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New employee death at Chinese tech giant Pinduoduo prompts calls for boycott

A display at the Nasdaq Market site shows a message after Chinese online group discounter Pinduoduo was listed on the Nasdaq exchange on July 26, 2018. (Mike Segar/Reuters)
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TAIPEI, Taiwan — One of China's largest e-commerce giants, Pinduoduo, is facing calls for a boycott after an engineer died by suicide — the company's second death in less than two weeks — amid accusations of harsh work conditions.

Pinduoduo, an online deals platform responsible for minting the country’s second-richest man, has become a lightning rod for public anger over the grueling hours common in China’s tech industry, known as the “996” schedule of working from 9 a.m. to 9 p.m., six days a week.

Pinduoduo said an employee — it gave only a last name, Tan — jumped to his death in his hometown of Changsha in central China on Saturday. The company said Tan, in his 20s, had asked for leave from the Shanghai-based platform on Friday without giving a reason and traveled home that same day.

Death of Chinese tech worker fuels anger over brutal hours

The company said it had sent a team to Changsha and expressed “profound sadness” over Tan’s death.

“To support our employees we are setting up an internal channel and dedicated team to provide psychological counseling and consultation services for emergencies,” Pinduoduo said in a statement.

Tan’s death follows that of a woman in her 20s named Fei who collapsed while walking home from a long shift on Dec. 29. She died after six hours of first-aid treatment, and although the cause of death has not been released, critics seized on the case as an example of consistently inhumane treatment of those working in the tech industry.

On Sunday, Pinduoduo’s public relations crisis deepened when an employee with the last name Wang posted a video in which he described the relentless pace of work at the company, alleging that staff members were required to work 300 hours a month. According to Wang, the department in which Fei worked, which specialized in groceries, required 380 hours.

Wang said in his video, “The situation is too real to be overlooked, and this is the last straw. . . . This is not how the world is supposed to be.”

Wang said he was dismissed after he earlier posted a photo of an ambulance that he claimed was carrying away a co-worker who had collapsed at the office. “A second Pinduoduo warrior has fallen,” he wrote anonymously on, a LinkedIn-like platform for sharing information about companies.

Within half an hour of sending his post, Wang said, he was summoned by executives and fired. In response to criticism, Maimai released a statement maintaining that it had not released his information to his employer.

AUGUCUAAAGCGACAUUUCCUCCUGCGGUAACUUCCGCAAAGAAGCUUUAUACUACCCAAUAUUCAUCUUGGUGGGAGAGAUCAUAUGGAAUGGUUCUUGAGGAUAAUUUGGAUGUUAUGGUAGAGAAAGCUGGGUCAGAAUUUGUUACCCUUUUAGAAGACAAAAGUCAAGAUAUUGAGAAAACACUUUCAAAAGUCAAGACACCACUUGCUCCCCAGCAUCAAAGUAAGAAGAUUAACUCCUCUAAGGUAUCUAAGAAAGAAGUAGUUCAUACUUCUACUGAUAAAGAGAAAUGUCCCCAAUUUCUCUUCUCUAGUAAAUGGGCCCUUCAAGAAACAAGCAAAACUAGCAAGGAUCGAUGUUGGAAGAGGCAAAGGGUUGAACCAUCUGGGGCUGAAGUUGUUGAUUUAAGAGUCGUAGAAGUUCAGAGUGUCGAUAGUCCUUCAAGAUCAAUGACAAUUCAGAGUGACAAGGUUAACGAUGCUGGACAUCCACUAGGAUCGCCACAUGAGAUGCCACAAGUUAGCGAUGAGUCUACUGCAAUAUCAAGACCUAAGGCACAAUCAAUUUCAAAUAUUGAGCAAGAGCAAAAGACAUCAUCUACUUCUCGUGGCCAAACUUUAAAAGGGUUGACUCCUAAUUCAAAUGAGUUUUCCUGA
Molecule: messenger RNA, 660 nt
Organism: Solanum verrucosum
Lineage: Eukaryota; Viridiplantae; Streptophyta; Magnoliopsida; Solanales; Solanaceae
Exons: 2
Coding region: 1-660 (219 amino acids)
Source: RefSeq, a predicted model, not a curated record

Pinduoduo said in a statement that Wang was let go because he had posted “extreme statements” online in violation of the employee code of conduct. Pinduoduo did not respond to requests for comment on the video.

Anger on social media, already at a high after the death of the young woman, reached a new level in response to Tan’s death and Wang’s video, which was viewed more than 50 million times as of Monday.

“Pinduoduo is the new Foxconn,” one commentator wrote, referring to a spate of suicides in 2010 among workers making Apple products at the company’s factory in Shenzhen.

“Heartless Pinduoduo. Heartless Colin Huang,” another wrote on Weibo, referring to Pinduoduo’s founder, who became China’s second-richest man last year. “Diabolical capitalists have no heart,” the user wrote.

“Bloodsucking capitalist vampires,” one person posted. “Don’t you dare boast about your contribution to society!”

Hundreds of comments called for boycotting the Groupon-like platform, which gained market dominance by catering to the low-end ­e-commerce segment. Some vowed to block anyone who shared links to Pinduoduo deals, one of the key ways the company promotes itself.

The backlash against Pinduoduo comes as China’s largest tech companies face pressure from both the public and regulators. Pinduoduo rival Alibaba has found itself the focus of an ­anti-monopoly probe. Its founder, Jack Ma, who endorsed the 996 work schedule, has been absent from public view for weeks.

After reports of the first Pinduoduo death, China’s official Xinhua News Agency called for shorter work hours and criticized the industry’s “abnormal culture of overtime.” Shanghai labor regulators said they had launched an investigation into the company.

On the Quora-like forum Zhihu, labor rights lawyer Yuan Yayang, who said he is helping Wang with a lawsuit against Pinduoduo, asked the company to respond to allegations raised in the video and called on regulators to publicize their probe.

“A week has passed, but where are the investigation results by Shanghai labor inspection department?” the lawyer asked in another post.

Dissatisfaction with “996” has ben building for years, coming to the fore in 2019, when Internet users started a GitHub project called “996.ICU” to drive home the point that working such hours ultimately ends in a visit to the intensive care unit. The project hosts thousands of complaints about companies, including telecommunications giant Huawei and ByteDance, the company behind TikTok.

While cases such as those at Pinduoduo have reignited scrutiny of tech company practices, industry observers are skeptical that a real shift is possible, especially when such jobs are still highly coveted for their pay and prestige.

“I’m hopeful about change but also know that ‘company culture’ has not been a unique hiring advantage in China as much as it has been in the West,” said Lillian Li, a Beijing-based tech analyst. “The big issue is that China is not short on STEM talent. So the imbalance in the labor market drives a lot of this behavior.”

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